When Cliff Lee consulted with two doctors, there was never a mention of surgery for his troublesome left elbow. The parties agreed that Lee suffered a recurrence of the strained flexor pronator muscle, an injury that sidelined him for two months earlier this season.
The Phillies will adopt another conservative approach with Lee, who may not throw again until October or November. But another elongated period of rest will not quell doubt about Lee's availability for 2015.
He is, for now, expected to be ready for spring training. The left-hander, owed $37.5 million next season (including a buyout for 2016), received a platelet-rich plasma injection Wednesday in Philadelphia. Lee was examined by David Altcheck, the Mets team doctor, in New York. He concurred with Phillies team physician Michael Ciccotti's diagnosis.
Surgery is not an option, general manager Ruben Amaro Jr. said.
"It wasn't something that was even discussed with Ciccotti or Altcheck," Amaro said. "Everybody was kind of on board. I think the strain was mild enough such that it does not require any type of surgery. They injected him. They'll see how it heals and we'll start him on a throwing program whenever it's time to start."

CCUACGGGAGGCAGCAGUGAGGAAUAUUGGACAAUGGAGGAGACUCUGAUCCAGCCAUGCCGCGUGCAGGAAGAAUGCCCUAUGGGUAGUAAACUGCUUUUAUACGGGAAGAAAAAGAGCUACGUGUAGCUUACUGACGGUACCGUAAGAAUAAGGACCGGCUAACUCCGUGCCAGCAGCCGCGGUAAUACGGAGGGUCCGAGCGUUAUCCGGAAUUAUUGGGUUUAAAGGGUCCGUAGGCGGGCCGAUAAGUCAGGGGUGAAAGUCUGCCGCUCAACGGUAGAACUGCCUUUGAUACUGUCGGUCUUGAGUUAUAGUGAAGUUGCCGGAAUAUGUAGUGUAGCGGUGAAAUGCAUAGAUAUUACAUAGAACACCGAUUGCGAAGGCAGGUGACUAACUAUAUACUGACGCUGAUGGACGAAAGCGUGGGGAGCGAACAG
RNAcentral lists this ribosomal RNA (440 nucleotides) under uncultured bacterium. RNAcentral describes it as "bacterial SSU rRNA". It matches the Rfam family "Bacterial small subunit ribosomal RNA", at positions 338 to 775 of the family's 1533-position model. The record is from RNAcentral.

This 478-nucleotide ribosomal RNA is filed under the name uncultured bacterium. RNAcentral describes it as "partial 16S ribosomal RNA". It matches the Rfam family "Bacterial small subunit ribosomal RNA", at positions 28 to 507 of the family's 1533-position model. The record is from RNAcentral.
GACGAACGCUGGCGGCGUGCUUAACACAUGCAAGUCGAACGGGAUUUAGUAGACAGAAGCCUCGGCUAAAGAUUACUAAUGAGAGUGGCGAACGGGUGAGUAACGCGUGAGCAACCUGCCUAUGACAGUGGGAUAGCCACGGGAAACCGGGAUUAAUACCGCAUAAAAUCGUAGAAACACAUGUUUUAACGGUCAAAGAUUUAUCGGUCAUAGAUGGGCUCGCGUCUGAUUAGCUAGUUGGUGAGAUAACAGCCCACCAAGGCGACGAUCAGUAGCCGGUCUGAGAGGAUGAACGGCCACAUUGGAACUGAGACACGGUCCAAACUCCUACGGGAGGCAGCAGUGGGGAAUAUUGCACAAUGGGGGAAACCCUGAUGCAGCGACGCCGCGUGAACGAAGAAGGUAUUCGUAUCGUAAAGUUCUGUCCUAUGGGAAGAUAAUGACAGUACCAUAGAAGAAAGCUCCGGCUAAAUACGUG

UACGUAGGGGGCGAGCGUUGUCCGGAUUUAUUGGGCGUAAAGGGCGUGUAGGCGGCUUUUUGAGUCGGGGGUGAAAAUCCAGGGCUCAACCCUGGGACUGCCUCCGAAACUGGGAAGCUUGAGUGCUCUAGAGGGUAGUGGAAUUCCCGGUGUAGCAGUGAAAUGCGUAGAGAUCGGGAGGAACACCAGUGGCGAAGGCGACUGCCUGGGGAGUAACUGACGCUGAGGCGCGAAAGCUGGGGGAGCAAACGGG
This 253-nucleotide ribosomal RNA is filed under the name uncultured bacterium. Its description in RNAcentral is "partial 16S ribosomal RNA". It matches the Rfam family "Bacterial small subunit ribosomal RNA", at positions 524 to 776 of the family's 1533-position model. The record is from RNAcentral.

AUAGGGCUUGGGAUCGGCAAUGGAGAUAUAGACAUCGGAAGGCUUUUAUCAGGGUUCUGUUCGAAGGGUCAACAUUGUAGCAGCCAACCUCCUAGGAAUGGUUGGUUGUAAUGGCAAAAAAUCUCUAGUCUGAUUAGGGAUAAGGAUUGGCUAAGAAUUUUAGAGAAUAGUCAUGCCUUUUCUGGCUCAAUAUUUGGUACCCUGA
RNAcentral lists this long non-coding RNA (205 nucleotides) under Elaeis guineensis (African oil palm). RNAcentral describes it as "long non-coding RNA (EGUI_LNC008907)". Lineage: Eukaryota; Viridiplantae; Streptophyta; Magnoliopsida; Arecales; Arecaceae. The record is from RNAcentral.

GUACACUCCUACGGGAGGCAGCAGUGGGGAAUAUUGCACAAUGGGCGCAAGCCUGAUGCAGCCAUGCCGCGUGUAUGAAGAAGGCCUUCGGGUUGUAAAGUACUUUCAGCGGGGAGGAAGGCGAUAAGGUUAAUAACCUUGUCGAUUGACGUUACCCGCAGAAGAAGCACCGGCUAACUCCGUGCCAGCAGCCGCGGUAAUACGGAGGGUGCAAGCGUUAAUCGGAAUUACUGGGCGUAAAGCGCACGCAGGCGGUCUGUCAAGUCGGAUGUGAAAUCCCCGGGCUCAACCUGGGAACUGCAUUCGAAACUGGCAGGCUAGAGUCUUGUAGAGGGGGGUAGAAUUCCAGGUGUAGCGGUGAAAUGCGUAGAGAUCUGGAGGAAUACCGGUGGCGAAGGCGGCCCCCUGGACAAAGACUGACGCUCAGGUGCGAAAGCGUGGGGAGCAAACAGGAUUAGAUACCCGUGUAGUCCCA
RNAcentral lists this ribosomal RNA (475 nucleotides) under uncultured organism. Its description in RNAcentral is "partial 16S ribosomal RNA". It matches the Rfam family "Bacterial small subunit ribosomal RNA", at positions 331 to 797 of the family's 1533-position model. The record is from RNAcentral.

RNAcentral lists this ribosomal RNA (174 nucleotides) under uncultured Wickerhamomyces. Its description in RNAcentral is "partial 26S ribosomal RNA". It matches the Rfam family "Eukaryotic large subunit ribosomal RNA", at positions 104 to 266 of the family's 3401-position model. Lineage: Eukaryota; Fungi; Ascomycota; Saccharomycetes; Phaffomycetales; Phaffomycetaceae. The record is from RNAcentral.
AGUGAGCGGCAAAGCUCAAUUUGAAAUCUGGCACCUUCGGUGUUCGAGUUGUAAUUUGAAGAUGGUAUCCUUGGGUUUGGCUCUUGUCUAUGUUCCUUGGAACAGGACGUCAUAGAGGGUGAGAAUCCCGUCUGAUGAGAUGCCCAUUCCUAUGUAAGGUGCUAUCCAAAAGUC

The Phillies, of course, would be wise to pursue every possible nonsurgical route. A significant elbow surgery could prevent Lee from pitching in 2015 -- or ever again. The 35-year-old lefthander has said this is his final contract.
This is Lee's first arm injury. He turns 36 on Aug. 30. He will take his prescribed rest at home in Arkansas.
"That looks promising," Phillies manager Ryne Sandberg said. "It's a better sign not having the surgery."
The flexor pronator muscle is one typically associated with Tommy John surgery. San Diego pitcher Josh Johnson was diagnosed with a flexor strain in spring training. He opted for Tommy John surgery in late April. That is just one of countless examples.
But it does not always lead to surgery. Roy Halladay divulged last September that he was diagnosed with a flexor pronator injury in the mid-2000s. He was told he would eventually need surgery, but that never happened. (Halladay's surgery in 2013 was on his shoulder, not his elbow.)
Phillies reliever Justin De Fratus missed half of 2012 with a flexor pronator strain but never underwent surgery.
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